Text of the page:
Historians, libraries lose fight for digital government records

Copyright © 2000 Nando Media
Copyright © 2000 Associated Press


WASHINGTON (March 6, 2000 10:21 a.m. EST http://www.nandotimes.com) - A group of historians and librarians opposed to a rule letting federal agencies destroy computer records as long as they keep a copy on paper or microfilm lost a Supreme Court appeal Monday.

The court, without comment, turned away an appeal in which the librarians and historians argued that paper records cannot be searched and indexed as easily as electronic records.

Federal law requires the National Archives to set standards for preserving government records. Agencies are barred from destroying records without the archives' approval.

In 1995, the archives issued a rule intended to avoid overload in government agency computer systems.

The rule let agencies delete certain e-mails and other records from desktop computers once they are no longer useful to the agency and have been copied to the agency's official recordkeeping system. Such systems may be in electronic form, paper or microfilm.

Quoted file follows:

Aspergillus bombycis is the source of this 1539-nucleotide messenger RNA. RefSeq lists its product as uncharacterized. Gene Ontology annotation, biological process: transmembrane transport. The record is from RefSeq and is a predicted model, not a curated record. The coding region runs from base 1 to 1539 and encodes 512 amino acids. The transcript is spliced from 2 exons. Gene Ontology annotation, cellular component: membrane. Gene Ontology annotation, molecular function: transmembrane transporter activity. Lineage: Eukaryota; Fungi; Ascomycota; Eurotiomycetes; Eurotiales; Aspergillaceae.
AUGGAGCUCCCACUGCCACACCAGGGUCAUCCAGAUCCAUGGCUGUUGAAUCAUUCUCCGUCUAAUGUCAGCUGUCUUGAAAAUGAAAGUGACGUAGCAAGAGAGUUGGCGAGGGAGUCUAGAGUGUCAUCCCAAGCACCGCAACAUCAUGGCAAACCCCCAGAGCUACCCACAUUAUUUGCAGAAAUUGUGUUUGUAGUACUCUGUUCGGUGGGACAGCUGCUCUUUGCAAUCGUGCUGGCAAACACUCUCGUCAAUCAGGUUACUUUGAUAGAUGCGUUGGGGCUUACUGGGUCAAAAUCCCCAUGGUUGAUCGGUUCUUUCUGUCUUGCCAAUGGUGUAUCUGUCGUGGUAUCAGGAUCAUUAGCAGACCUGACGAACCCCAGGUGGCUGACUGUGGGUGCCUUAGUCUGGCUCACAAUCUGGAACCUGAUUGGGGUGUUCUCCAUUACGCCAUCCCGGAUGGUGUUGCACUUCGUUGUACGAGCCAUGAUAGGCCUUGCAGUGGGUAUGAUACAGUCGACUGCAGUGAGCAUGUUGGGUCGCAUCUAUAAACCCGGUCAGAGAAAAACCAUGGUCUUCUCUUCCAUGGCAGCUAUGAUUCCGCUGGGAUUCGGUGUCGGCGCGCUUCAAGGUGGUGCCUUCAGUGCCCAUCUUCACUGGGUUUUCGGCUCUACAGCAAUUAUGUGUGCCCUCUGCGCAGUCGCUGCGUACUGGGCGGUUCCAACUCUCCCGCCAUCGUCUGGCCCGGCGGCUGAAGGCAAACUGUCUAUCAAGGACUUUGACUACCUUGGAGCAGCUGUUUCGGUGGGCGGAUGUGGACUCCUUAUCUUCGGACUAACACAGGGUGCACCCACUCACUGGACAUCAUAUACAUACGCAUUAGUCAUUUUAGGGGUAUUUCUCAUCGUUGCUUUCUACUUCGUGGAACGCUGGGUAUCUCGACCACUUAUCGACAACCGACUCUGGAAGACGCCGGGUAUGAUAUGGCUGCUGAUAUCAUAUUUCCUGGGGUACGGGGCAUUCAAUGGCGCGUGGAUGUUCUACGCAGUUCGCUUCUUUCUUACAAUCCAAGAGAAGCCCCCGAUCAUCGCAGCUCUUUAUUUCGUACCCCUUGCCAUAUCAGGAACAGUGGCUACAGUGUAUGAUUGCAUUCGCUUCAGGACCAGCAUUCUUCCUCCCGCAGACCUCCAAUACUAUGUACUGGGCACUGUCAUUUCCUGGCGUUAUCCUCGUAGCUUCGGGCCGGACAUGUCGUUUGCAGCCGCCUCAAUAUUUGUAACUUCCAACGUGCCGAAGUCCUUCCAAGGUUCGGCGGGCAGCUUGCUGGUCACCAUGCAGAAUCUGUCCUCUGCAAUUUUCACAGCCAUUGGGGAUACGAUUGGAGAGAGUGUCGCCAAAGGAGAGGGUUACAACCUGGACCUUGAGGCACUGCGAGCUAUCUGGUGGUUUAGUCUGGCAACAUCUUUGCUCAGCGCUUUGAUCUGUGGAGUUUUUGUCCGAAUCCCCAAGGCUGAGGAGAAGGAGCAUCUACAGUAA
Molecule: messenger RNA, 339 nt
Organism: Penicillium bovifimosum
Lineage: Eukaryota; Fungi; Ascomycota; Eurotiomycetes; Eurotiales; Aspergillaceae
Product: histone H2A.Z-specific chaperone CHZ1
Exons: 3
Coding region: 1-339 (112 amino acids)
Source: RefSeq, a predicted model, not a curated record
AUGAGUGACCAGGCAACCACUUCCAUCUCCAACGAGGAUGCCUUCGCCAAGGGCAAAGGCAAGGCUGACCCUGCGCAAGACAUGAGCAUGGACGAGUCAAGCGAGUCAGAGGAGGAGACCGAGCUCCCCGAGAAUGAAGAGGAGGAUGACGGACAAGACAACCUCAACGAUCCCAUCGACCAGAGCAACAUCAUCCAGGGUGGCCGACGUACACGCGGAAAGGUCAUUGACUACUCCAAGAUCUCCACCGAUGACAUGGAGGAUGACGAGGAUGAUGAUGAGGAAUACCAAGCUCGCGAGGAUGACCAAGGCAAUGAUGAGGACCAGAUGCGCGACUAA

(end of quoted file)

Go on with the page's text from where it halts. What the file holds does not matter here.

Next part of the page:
The American Library Association, the American Historical Association and Ralph Nader's Public Citizen challenged the rule in federal court. They argued that computer records can reveal more than paper about the making of policy - about who saw and revised a document before it reached final form.

A federal judge threw out the rule, saying Archivist John W. Carlin exceeded his authority by authorizing destruction of records reflecting substantive agency decisions in addition to "housekeeping" records.

The U.S. Circuit Court of Appeals for the District of Columbia reinstated the rule last August. The appeals court agreed that "electronic recordkeeping has advantages over paper recordkeeping," but added that federal law does not require all agencies to have electronic systems.

In the appeal acted on Monday, lawyers for the historians and librarians said the law lets the archivist adopt different rules for various agencies "that distinguish electronic records ... worth preserving from those that are not."

Government lawyers said records kept on desktop computers might not be searched any more easily than those transferred to paper recordkeeping. In any event, they said, Carlin is considering revisions to the policy.

The case is Public Citizen vs. Carlin, 99-782.